Senate President Steve Pierce cleared the way for a floor debate this week on legislation allowing employers to refuse to provide contraceptive coverage for their workers on religious grounds.
Pierce on Monday allowed HB 2625 to be reviewed by the Rules Committee. That comes a week after he yanked it from the agenda amid questions about its provisions.
Last week's action also came after Gov. Jan Brewer expressed some concerns about the bill, Sen. John McCain said lawmakers should "get off that issue,'' and Pierce himself got "tons of public comment'' against it, according to spokesman Mike Philipsen.
By Monday, though, Pierce told Capitol Media Services he saw no reason not to let it proceed.
"I think it's been misconstrued and misportrayed,'' he said.
But Pierce's decision came after proponents of the legislation agreed to make several changes to address both legal and political questions.
Central to the debate is the conflict between the rights of employers who pay for insurance for their workers and the rights of the workers for coverage for all of their medical conditions.
Companies are not required to provide health insurance for workers. But a 2002 law says if they do, and if that coverage includes prescriptions, it cannot exclude contraceptives.
That law already exempts churches and some church-run charities. HB 2625 would extend that right of religious objection to all Arizona businesses.
Ron Johnson who lobbies for the Arizona Catholic Conference said it's wrong to force those whose religion considers birth control to be unacceptable to finance it for their workers. Opponents including Anjali Abraham of the American Civil Liberties Union counter that these companies hire and serve people of various faiths.
Several changes in the House-passed measure already are in the works to deal with complaints.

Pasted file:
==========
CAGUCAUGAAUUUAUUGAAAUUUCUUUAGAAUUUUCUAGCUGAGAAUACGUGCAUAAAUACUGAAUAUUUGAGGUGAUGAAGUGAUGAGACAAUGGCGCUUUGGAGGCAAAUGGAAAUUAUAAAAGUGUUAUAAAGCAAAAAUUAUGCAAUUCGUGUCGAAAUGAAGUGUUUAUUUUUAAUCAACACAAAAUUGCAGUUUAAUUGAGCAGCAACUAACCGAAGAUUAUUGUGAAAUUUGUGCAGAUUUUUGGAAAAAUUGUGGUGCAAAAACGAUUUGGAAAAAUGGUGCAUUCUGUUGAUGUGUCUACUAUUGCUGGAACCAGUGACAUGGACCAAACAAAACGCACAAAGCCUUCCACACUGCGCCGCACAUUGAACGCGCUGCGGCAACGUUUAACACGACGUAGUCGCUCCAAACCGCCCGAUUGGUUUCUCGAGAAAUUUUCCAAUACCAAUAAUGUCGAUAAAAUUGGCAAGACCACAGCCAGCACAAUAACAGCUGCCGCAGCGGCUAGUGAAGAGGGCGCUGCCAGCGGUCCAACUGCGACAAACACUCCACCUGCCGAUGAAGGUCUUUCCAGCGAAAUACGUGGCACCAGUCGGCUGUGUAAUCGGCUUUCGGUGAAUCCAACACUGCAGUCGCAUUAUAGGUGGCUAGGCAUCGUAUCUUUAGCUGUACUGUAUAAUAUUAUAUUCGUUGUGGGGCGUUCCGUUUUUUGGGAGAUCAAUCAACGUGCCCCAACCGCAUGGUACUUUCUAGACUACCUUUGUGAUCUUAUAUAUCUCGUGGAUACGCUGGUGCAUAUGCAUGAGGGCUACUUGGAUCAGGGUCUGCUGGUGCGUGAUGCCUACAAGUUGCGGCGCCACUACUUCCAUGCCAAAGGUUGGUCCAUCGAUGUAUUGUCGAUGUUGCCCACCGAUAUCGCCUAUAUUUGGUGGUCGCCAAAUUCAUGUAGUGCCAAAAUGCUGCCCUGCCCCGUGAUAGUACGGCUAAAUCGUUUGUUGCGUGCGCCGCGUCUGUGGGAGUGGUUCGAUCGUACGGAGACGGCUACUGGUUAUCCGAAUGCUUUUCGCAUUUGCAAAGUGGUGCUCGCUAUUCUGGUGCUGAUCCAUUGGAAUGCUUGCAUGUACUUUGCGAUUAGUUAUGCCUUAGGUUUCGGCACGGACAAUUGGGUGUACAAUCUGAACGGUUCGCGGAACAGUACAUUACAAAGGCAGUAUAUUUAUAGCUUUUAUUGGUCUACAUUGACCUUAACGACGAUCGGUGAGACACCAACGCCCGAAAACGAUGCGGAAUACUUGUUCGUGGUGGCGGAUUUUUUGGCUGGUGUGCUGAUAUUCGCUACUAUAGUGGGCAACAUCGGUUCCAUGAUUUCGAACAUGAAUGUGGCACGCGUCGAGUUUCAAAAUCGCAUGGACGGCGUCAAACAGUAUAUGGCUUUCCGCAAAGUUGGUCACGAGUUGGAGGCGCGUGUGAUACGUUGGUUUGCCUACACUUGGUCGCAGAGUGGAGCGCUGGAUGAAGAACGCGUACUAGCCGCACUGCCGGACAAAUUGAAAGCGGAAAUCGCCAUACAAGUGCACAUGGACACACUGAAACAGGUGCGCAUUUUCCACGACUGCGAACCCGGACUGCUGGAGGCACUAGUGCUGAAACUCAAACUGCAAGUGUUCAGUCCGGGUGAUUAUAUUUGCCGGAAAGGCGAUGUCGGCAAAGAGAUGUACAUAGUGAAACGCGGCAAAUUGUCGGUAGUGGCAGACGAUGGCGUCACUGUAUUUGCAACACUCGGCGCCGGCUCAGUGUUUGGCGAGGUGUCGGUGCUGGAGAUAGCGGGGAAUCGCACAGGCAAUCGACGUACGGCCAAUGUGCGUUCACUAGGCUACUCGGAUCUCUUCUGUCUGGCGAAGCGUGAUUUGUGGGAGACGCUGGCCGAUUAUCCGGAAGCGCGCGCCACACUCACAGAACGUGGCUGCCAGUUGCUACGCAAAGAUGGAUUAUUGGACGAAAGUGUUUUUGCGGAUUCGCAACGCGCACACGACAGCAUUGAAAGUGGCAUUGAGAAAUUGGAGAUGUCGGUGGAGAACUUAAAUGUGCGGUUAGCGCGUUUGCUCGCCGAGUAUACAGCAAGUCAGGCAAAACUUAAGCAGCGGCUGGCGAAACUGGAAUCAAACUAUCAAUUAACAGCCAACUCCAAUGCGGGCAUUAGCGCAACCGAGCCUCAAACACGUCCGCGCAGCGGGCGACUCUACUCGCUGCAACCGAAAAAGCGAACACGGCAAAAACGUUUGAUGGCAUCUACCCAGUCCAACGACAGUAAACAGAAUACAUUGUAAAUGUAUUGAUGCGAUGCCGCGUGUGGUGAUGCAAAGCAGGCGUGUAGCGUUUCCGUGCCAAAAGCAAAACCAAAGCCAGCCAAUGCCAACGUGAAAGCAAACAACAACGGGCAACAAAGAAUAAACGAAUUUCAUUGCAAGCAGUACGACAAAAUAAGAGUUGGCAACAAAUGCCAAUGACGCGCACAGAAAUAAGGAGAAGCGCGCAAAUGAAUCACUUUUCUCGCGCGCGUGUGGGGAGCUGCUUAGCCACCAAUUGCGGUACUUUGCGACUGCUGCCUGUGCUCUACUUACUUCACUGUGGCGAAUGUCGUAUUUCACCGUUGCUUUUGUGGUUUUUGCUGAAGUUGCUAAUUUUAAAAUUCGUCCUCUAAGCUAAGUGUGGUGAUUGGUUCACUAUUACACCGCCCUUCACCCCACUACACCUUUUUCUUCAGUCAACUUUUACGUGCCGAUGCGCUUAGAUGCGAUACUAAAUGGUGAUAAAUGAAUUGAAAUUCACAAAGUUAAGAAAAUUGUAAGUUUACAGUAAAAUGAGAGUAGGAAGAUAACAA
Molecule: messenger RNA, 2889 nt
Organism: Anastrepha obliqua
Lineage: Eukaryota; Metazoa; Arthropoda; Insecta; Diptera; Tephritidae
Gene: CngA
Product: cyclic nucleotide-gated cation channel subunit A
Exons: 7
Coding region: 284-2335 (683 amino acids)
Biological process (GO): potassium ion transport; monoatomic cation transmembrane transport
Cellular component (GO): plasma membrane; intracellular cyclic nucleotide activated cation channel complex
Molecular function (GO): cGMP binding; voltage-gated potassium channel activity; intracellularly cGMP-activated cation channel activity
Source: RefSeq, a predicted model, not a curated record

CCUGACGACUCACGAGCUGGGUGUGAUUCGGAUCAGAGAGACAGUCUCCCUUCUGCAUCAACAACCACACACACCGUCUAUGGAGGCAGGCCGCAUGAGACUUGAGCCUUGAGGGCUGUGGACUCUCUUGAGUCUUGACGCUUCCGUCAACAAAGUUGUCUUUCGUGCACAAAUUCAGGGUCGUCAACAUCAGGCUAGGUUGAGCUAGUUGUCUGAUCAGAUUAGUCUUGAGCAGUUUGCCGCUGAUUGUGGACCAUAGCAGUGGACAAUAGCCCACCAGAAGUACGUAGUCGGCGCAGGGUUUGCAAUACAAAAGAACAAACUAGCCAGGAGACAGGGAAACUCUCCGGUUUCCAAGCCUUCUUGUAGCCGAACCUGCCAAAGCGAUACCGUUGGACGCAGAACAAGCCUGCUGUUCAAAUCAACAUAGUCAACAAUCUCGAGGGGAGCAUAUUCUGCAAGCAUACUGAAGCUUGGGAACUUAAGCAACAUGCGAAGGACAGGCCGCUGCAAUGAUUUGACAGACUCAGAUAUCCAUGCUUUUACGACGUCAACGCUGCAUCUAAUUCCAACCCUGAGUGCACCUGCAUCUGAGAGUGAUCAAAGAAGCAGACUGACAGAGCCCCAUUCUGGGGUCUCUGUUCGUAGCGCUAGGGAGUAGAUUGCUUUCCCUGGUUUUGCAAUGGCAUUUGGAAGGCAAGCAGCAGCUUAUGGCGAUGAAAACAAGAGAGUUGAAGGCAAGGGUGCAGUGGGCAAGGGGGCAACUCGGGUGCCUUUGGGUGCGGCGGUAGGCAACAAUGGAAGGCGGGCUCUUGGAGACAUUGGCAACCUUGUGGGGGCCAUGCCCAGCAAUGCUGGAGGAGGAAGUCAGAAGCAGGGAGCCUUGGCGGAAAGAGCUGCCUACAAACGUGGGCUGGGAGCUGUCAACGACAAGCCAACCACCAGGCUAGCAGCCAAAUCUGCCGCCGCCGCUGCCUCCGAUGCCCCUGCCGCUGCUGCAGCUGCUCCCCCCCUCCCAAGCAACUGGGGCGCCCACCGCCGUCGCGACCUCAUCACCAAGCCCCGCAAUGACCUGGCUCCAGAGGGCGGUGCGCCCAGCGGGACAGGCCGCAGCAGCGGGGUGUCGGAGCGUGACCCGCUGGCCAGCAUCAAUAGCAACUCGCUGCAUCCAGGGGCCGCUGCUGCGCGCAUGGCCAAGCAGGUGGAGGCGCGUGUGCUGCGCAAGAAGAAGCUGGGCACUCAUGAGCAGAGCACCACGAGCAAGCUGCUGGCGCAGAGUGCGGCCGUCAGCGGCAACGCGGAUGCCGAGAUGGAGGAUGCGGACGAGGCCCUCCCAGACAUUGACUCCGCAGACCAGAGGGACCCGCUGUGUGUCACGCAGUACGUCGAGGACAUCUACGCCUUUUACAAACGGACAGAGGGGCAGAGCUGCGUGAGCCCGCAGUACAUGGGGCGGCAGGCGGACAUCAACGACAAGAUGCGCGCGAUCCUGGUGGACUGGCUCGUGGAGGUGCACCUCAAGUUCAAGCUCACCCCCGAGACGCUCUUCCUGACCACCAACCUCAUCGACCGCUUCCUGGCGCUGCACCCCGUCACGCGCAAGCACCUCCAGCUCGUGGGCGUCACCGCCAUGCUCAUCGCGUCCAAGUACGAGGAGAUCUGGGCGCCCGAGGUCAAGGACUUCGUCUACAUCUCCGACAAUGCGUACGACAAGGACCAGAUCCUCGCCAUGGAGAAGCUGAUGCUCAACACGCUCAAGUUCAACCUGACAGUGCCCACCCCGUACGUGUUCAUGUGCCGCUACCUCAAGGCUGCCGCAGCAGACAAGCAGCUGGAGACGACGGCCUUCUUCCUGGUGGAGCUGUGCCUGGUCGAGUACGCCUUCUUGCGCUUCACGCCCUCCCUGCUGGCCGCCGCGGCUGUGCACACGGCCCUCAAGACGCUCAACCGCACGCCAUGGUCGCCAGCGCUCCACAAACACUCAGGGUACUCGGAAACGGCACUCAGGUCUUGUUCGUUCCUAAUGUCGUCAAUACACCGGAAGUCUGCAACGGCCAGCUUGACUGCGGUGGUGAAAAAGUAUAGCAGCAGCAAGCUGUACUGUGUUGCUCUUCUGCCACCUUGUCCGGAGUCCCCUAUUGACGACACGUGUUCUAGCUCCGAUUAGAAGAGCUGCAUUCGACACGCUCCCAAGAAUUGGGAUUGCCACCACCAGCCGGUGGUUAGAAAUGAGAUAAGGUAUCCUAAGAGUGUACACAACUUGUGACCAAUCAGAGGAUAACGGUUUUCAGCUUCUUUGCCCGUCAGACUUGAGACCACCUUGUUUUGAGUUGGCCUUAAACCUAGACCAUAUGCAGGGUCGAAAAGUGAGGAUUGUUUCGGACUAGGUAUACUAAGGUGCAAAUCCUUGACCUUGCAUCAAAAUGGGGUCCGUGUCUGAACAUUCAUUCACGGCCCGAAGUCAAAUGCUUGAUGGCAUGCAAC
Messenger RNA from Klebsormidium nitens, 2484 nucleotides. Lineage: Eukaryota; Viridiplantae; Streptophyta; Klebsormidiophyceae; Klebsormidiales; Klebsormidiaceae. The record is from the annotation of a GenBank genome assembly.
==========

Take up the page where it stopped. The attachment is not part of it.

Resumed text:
Two are designed to deal with a provision in the legislation that says employers cannot refuse to pay for contraceptives if they are being prescribed for a reason other than birth control. But the legislation requires the woman to pay for the drug herself and then seek reimbursement with a claim "to the corporation.''
Deborah Sheasby, an attorney for the Center for Arizona Policy which is backing the measure, said that referred to insurance companies. But she said that led people to fear women would be providing medical information to employers.
The new version will spell out that reimbursement request goes to the insurer and that the employer is not entitled to any information.
Sheasby said the proposal also will strip out language which would have required a woman to prove not only that she has a medical condition that requires contraceptives -- essentially doses of hormones -- but also that she was not taking the drug to keep from getting pregnant.
Also gone will be a reference that would allow an employer to deny contraceptive coverage for moral as well as religious reasons. Johnson said that was a drafting error.
But proponents are unwilling to include a specific protection for women.
The current law which lets religious employers refuse to pay for contraceptive coverage prohibits them from discriminating against any worker "who independently chooses to obtain insurance coverage or prescriptions for contraceptives from another source.'' That language is not included in the new version.
Sheasby, however, said no specific anti-discrimination language is necessary. Instead, the legislation will be amended to say that women retain whatever legal protections they have in state law against being fired.
How broad that is, however, is unclear: Arizona is an "at will'' employment state, meaning companies can fire an employee for a good reason or for no reason at all.
The law precludes firing for a reason "contrary to public policy.'' But that may have no effect without a specific prohibition against firing a woman for using birth control.
Even if the Senate approves the measure, that still leaves the open question of whether the governor would sign it.
Last week Brewer said she "would probably agree with the majority of people that would be a little bit uncomfortable for a woman to have to go to her employer and tell him or her their health private issues.'' Late Monday, though, press aide Matthew Benson said his boss "is prepared to give it a thorough review if and when it is approved and sent to her for her consideration.''
Specifics of the bill aside, that still leaves the question of whether Brewer or other Republicans see the whole fight as a political liability. That was suggested by McCain when he appeared more than a week ago on Meet the Press.
"I think we ought to respect the right of women to make choices in their lives and make that clear and go back onto what the American people really care about: jobs and the economy,'' he said.